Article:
For the last 18 years Jason Swinscoe has perfected his evocative blend of jazz, soul, beats and soundtrack-friendly sounds as the creative force behind The Cinematic Orchestra. Their fastidious, unhurried approach to making music is evident in tonight’s set at Somerset House which consists predominantly of revisiting tracks from their back catalogue – despite a new album being due for release later this year.
They open in confident fashion with arguably their signature piece Man With The Movie Camera. The rolling breakbeats and airborne brass combine to create a suitably panoramic and sun-kissed sound which doesn’t appear to have dated at all in the last 15 years. It remains quintessential Cinematic Orchestra and sets the bar high for the rest of the show. It is followed by Channel 1 Suite, another track which well represents their core sound but tonight is also indicative of a wider trend – namely, that it improves and becomes more animated the longer the band play. Swinscoe directs proceedings from behind his synthesisers at the side of the stage and while certain components of the band shine, it is noticeable that others like the string trio aren’t working quite as well.
They have always benefited from guest vocalists over the years, and the same applies to tonight’s show. Heidi Vogel in particular impresses on the softer Familiar Ground early on, which is another track that improves as the sax spin-offs get greater towards the end. She returns during the encore for a stark, slow burning version of All That You Give. Moses Sumney (who had earlier opened with a solo set) provides striking vocals to save latest single To Believe from underwhelming, while guitarist LD Brown takes vocals for a reconfigured To Build A Home. On the whole it doesn’t carry the emotional weight of the original, although still manages to offer its fair share of attractions.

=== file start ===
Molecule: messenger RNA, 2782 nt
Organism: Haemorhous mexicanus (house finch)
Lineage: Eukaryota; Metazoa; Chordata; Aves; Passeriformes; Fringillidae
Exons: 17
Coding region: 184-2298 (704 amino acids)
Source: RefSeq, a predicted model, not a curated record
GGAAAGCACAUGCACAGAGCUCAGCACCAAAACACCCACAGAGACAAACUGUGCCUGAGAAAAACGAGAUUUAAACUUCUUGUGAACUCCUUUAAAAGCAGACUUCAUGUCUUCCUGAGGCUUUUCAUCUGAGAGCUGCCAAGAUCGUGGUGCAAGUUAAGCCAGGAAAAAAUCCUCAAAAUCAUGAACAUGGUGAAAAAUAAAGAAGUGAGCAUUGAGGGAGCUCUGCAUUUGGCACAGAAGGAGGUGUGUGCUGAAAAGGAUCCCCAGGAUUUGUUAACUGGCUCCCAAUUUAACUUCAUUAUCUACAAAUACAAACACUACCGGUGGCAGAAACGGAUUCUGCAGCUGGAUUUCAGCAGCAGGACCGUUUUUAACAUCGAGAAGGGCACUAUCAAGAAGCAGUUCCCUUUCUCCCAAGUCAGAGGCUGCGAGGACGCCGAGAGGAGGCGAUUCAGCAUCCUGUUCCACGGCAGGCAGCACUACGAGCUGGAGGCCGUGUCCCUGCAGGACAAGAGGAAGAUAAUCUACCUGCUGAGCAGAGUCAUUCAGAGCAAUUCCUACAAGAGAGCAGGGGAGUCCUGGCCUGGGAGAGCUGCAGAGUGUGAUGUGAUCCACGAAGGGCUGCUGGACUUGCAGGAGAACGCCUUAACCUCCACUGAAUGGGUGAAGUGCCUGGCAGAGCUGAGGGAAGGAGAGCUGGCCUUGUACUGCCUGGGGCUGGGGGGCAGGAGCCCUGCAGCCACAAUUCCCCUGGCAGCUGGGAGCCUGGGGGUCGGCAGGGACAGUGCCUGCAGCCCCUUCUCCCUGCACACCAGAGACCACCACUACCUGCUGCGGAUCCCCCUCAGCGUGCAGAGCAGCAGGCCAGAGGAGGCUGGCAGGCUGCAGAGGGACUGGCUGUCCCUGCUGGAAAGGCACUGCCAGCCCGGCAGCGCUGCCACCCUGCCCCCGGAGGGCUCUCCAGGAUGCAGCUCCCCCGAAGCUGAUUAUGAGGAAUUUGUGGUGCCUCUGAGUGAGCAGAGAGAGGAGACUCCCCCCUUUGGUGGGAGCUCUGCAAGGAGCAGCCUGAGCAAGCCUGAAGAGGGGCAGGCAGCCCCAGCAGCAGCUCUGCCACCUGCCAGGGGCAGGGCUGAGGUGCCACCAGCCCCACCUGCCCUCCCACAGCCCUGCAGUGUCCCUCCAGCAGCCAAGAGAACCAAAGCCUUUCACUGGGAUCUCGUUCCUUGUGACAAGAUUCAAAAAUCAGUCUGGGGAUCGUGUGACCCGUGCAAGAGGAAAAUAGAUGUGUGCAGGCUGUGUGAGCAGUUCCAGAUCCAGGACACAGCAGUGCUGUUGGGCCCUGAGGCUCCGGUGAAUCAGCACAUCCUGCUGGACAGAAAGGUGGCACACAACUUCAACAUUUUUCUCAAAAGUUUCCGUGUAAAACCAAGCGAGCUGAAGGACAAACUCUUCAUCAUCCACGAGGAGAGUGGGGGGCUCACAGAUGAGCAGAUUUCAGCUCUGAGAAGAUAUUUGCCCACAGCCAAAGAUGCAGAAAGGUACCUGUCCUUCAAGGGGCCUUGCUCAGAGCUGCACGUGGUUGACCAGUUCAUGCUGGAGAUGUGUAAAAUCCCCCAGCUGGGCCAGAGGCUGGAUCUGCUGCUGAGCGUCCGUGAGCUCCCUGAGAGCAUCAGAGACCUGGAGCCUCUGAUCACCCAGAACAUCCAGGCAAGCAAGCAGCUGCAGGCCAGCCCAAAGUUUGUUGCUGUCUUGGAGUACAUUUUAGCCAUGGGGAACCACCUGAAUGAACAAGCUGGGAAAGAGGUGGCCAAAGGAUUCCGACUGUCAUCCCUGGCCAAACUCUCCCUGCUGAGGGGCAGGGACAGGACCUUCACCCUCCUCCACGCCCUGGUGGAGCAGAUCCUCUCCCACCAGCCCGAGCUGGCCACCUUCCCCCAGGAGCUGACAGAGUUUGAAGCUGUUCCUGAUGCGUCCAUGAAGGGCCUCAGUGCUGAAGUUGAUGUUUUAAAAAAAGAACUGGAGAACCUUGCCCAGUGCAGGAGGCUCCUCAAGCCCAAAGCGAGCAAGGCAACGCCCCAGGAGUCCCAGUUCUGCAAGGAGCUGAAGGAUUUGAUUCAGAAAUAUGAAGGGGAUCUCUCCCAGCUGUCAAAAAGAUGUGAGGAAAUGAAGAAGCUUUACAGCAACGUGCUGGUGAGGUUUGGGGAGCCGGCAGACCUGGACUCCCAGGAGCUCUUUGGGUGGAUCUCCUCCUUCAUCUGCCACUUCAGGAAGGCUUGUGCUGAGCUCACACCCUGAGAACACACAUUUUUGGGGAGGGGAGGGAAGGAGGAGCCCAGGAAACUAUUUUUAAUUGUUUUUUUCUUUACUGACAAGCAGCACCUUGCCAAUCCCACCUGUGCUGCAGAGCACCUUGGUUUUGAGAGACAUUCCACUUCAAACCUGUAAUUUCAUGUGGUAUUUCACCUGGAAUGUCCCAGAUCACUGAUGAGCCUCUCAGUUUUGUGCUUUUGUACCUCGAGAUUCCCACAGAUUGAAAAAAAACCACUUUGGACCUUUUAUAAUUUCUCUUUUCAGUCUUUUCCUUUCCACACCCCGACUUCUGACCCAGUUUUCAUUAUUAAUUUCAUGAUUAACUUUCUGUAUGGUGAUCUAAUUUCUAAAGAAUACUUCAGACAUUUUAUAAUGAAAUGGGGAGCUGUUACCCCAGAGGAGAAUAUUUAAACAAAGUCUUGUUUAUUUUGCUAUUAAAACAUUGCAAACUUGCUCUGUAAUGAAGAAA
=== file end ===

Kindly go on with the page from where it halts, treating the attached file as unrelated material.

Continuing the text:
Occasionally they sound overly clinical and practised, for example on Ode To The Big Sea, although this is again ultimately salvaged in impressive style largely due to the work of Luke Flowers on drums. There’s also times when you find yourself willing them to go a little further and break free of the blueprint that seems to exert a controlling power over their set. The over-arching brass of Burn Out sees them fulfil this wish this towards the end and Flite is another late highlight, sparkling in brisk, concise fashion.
A sense of restraint is undoubtedly an important part of their musical make-up but tonight’s fairly short show could have benefited from them imposing themselves on the occasion a little more strongly. They are masters of the slow build and gradual release but overall it was hard to escape the feeling that tonight’s show felt a touch safe, if undoubtedly accomplished. Hopefully the new album will energise them into bolder territory.